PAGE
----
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# Move Generation using Bit boards (Connect-4)

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### #1ashish123  Members   -  Reputation: 166

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Posted 28 June 2012 - 12:35 PM

Hi all,
I am facing some speed(performance) issues while generating moves for connect 4.

Perviously I wrote simple nested for-loops to generate the moves now I tried to convert it into bit boards so
I found all the empty squares and anded it with column bits. (eg column1=(1L<<1|1L<<10...)
This gave me the empty bits which are in a particular column.
Now I found the MSB by right-shifting this till the number was 0( trick to find MSB when its power of 2).
it gave me correct answer, but then surprisingly this was slower as compared to nested for (nested for loops took 238 ms where as bitboards took 1349 ms).

So then I tried another method, the folding trick as mentioned here.
[source lang="csharp"] x |= (x >> 1); x |= (x >> 2); x |= (x >> 4); x |= (x >> 8); x |= (x >> 16); x |= (x >> 32); for (int n = 53; n >=0; n--) if (((1L << n) & (x & ~(x >> 1))) != 0) return n;[/source]
This too gave me slow results.
What am I doing wrong as I am sure bitboards will be certainly faster then nested loops.
How can I achieve this without nested loops, something like debrujin sequence for MSB (64 bit number).

-Thank you.

### #2Álvaro  Crossbones+   -  Reputation: 15391

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Posted 28 June 2012 - 06:34 PM

I would use consecutive bits to represent columns. Following the same convention as Fhourstones:

.  .  .  .  .  .  .
5 12 19 26 33 40 47
4 11 18 25 32 39 46
3 10 17 24 31 38 45
2  9 16 23 30 37 44
1  8 15 22 29 36 43
0  7 14 21 28 35 42


You can then generate moves as
u64 generate_moves() {
u64 occupied = pieces[0] | pieces[1];
return BOARD_MASK & (occupied >> 1) & ~occupied;
}

When you need to loop over the moves, you do something like this:
for (u64 moves = generate_moves(); moves; moves &= moves-1) {
u64 move = moves & -moves;
// move' now has a bitboard with a single 1 in the position where you can move.
// You can use the De Bruijn sequence trick if you want to convert it to an index.
}

Edited by alvaro, 28 June 2012 - 07:55 PM.

### #3ashish123  Members   -  Reputation: 166

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Posted 29 June 2012 - 11:58 PM

Fhourstones representation is nice, it uses lesser number of bits as compared to mine (with borders).
However I will choose this type of representation in second version (to compare with my own implementation)

I found the bug that was causing delay, it considered a move on index 0, which lies on the border. (so approximately 7 times more ouch!)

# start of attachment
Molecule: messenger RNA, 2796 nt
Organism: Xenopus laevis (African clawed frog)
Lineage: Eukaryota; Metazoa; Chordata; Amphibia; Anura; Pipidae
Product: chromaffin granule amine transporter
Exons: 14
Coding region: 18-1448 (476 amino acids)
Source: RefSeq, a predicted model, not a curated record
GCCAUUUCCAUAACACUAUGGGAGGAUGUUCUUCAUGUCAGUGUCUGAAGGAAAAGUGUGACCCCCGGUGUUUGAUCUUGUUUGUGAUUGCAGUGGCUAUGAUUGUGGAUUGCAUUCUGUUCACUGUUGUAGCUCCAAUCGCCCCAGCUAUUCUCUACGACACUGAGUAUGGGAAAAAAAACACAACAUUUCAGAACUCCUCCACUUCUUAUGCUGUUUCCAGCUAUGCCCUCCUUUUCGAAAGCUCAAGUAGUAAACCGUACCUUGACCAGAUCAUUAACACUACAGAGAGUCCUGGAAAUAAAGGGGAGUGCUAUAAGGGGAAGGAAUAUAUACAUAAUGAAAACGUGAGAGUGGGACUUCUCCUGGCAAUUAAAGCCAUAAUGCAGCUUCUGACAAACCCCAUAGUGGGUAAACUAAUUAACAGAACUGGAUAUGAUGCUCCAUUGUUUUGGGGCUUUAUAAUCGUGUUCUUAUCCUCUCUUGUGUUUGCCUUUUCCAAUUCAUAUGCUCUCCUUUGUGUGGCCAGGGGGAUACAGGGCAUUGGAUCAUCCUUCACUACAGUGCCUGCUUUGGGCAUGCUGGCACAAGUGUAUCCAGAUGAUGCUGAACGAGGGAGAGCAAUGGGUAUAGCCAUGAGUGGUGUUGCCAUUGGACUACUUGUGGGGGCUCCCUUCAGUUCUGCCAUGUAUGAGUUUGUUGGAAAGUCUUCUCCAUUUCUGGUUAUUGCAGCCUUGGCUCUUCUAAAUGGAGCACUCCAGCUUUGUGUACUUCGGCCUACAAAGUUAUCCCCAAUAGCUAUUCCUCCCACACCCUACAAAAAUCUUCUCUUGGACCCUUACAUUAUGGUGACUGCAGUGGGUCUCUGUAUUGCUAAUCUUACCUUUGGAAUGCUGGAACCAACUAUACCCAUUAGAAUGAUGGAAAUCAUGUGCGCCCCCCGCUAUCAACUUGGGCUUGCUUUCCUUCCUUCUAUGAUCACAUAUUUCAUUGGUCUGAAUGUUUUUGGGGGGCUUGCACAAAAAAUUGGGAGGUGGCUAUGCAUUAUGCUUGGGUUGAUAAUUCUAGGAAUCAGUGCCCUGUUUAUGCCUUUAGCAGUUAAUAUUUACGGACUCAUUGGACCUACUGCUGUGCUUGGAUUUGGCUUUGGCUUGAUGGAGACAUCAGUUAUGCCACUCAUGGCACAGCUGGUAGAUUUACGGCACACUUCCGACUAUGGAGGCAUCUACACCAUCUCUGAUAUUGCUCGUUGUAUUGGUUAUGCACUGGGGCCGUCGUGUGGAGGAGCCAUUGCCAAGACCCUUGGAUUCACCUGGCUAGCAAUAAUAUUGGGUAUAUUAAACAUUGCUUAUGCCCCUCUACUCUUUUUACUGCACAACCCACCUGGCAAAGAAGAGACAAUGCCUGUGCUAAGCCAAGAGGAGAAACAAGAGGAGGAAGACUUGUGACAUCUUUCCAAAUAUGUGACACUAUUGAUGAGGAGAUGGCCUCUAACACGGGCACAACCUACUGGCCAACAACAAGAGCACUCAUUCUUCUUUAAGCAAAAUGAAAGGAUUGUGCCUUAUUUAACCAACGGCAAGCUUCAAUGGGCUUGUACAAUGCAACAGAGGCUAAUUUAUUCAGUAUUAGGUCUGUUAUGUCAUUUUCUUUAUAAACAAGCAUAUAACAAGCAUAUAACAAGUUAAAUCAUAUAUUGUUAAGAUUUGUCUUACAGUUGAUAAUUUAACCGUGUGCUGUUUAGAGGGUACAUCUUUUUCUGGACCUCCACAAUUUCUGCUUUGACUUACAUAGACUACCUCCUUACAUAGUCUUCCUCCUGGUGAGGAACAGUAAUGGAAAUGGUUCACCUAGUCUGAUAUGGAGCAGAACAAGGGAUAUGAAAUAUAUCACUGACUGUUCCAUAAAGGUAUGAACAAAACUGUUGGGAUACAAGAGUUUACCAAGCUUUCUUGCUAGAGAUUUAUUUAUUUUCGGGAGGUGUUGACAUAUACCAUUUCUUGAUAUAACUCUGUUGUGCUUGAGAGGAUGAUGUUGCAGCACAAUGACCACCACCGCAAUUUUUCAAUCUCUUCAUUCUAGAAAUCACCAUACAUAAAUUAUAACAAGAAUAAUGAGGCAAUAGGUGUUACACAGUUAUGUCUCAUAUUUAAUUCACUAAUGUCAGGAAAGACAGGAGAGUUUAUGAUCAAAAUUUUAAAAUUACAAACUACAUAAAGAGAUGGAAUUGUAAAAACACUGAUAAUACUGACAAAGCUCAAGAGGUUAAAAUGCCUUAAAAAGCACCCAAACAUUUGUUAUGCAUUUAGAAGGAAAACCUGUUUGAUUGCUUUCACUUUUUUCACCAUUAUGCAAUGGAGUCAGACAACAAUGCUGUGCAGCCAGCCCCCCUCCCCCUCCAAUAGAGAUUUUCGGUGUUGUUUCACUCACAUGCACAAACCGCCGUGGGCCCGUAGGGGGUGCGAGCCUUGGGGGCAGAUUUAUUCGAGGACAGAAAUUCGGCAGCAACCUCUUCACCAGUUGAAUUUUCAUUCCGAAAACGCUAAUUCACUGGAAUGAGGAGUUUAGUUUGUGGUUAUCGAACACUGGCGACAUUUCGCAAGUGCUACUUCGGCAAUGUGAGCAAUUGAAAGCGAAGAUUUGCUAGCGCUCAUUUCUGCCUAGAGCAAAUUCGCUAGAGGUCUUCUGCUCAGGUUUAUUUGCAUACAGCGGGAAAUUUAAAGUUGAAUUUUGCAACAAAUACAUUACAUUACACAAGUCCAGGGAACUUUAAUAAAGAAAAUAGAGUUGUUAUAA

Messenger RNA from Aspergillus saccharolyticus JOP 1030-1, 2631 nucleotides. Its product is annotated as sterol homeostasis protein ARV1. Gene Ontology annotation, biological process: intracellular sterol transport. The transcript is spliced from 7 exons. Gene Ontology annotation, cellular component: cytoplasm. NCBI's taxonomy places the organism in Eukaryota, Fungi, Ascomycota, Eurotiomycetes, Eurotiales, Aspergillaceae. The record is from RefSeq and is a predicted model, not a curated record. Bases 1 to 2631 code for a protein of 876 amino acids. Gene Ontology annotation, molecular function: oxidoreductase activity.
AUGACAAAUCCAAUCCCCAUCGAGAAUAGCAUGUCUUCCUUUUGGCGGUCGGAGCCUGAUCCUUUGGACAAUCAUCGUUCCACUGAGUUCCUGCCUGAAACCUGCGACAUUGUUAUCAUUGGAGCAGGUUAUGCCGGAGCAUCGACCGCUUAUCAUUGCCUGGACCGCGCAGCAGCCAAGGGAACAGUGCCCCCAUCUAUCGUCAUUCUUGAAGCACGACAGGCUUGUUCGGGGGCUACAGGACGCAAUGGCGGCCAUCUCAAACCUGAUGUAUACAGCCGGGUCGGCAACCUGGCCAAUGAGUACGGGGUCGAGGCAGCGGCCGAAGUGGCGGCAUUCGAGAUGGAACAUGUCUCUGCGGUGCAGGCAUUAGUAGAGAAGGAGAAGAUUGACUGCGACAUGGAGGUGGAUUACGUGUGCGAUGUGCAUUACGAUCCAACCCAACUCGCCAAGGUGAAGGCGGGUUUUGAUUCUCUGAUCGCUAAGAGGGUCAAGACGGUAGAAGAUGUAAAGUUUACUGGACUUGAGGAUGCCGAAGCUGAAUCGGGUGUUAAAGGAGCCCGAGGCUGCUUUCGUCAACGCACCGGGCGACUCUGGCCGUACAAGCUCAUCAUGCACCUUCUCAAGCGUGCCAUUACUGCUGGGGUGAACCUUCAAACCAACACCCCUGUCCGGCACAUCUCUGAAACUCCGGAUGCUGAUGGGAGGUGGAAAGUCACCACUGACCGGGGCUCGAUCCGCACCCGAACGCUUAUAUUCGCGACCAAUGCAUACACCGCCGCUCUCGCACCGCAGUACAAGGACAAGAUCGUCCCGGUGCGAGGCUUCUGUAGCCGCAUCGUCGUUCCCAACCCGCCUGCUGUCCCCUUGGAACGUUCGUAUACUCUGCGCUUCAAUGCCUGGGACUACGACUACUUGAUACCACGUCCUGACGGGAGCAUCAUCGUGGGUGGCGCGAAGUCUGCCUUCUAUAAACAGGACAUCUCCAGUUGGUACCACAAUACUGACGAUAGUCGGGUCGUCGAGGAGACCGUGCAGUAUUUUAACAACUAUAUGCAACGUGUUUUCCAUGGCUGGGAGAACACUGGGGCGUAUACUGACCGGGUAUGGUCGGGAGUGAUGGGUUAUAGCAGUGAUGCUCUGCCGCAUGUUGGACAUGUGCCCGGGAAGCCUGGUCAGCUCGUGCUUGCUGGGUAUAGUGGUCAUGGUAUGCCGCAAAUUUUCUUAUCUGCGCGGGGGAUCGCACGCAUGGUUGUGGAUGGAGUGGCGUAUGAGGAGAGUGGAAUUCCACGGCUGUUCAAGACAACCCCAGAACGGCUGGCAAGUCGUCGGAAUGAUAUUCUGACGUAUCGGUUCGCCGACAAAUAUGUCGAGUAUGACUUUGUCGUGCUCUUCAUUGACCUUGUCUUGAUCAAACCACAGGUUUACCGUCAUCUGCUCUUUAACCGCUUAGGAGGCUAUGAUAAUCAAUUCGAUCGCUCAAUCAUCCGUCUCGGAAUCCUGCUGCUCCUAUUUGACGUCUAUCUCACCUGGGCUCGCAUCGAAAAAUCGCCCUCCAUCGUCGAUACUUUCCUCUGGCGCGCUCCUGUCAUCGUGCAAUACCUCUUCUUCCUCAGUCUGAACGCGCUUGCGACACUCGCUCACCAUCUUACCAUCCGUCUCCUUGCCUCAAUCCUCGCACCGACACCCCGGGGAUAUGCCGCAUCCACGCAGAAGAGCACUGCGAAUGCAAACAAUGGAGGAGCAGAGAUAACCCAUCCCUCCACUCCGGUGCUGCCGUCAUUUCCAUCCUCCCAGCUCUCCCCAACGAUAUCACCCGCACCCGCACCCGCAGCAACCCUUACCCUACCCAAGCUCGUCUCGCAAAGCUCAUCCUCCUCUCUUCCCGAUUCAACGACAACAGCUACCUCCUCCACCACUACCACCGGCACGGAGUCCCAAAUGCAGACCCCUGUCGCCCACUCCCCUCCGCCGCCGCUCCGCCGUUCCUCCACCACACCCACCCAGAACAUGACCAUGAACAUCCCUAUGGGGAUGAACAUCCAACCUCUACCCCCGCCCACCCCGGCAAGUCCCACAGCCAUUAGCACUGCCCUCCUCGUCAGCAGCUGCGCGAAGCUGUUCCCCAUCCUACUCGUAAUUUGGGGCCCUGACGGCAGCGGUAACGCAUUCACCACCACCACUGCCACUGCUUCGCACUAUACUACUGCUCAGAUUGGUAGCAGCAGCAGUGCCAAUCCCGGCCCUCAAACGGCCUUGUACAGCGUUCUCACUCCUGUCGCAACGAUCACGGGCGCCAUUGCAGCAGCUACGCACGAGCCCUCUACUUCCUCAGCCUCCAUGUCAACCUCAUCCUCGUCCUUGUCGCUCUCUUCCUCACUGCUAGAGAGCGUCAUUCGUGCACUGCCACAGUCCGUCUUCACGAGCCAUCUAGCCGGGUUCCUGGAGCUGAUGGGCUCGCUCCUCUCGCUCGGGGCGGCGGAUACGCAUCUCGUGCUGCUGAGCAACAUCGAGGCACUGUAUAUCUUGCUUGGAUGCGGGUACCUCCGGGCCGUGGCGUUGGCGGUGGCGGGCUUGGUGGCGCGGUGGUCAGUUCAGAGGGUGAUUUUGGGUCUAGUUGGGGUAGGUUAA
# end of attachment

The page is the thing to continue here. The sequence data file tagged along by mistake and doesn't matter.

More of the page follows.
I used Nalimov representation from chess-programming wiki.
Generally what I do is, take up a 2d-array, store all moves in form of moves[depth,move] and then access according to depth. I also keep another array which helps me to count number of moves for particular depth, which is used to traverse.

The array representation helped me to sort the moves based on killer moves heuristics. But I also noticed that using arrays for storing moves seems to be slow (I may be wrong on this one, kindly correct if I am.) But I am unable to see a way to sort killer moves first with using only bit boards.

Here is what I did with my genMoves method.
[source lang="csharp"]public static void genMoves(){ long empty = ((~(xBits | yBits)) & bitBoard); int moveIndex = 0; moveIndex = findIndex((ulong)(empty & column1)); if (moveIndex != 0) moves[depth, nPly[depth]++] = moveIndex; moveIndex = findIndex((ulong)(empty & column2)); if (moveIndex != 0) moves[depth, nPly[depth]++] = moveIndex; moveIndex = findIndex((ulong)(empty & column3)); if (moveIndex != 0) moves[depth, nPly[depth]++] = moveIndex; moveIndex = findIndex((ulong)(empty & column4)); if (moveIndex != 0) moves[depth, nPly[depth]++] = moveIndex; moveIndex = findIndex((ulong)(empty & column5)); if (moveIndex != 0) moves[depth, nPly[depth]++] = moveIndex; moveIndex = findIndex((ulong)(empty & column6)); if (moveIndex != 0) moves[depth, nPly[depth]++] = moveIndex; moveIndex = findIndex((ulong)(empty & column7)); if (moveIndex != 0) moves[depth, nPly[depth]++] = moveIndex; } public static int findIndex(ulong bb) { int result = 0; if (bb > 0xFFFFFFFF) { bb >>= 32; result = 32; } if (bb > 0xFFFF) { bb >>= 16; result += 16; } if (bb > 0xFF) { bb >>= 8; result += 8; } return result + ms1bTable[(int)bb]; [/source]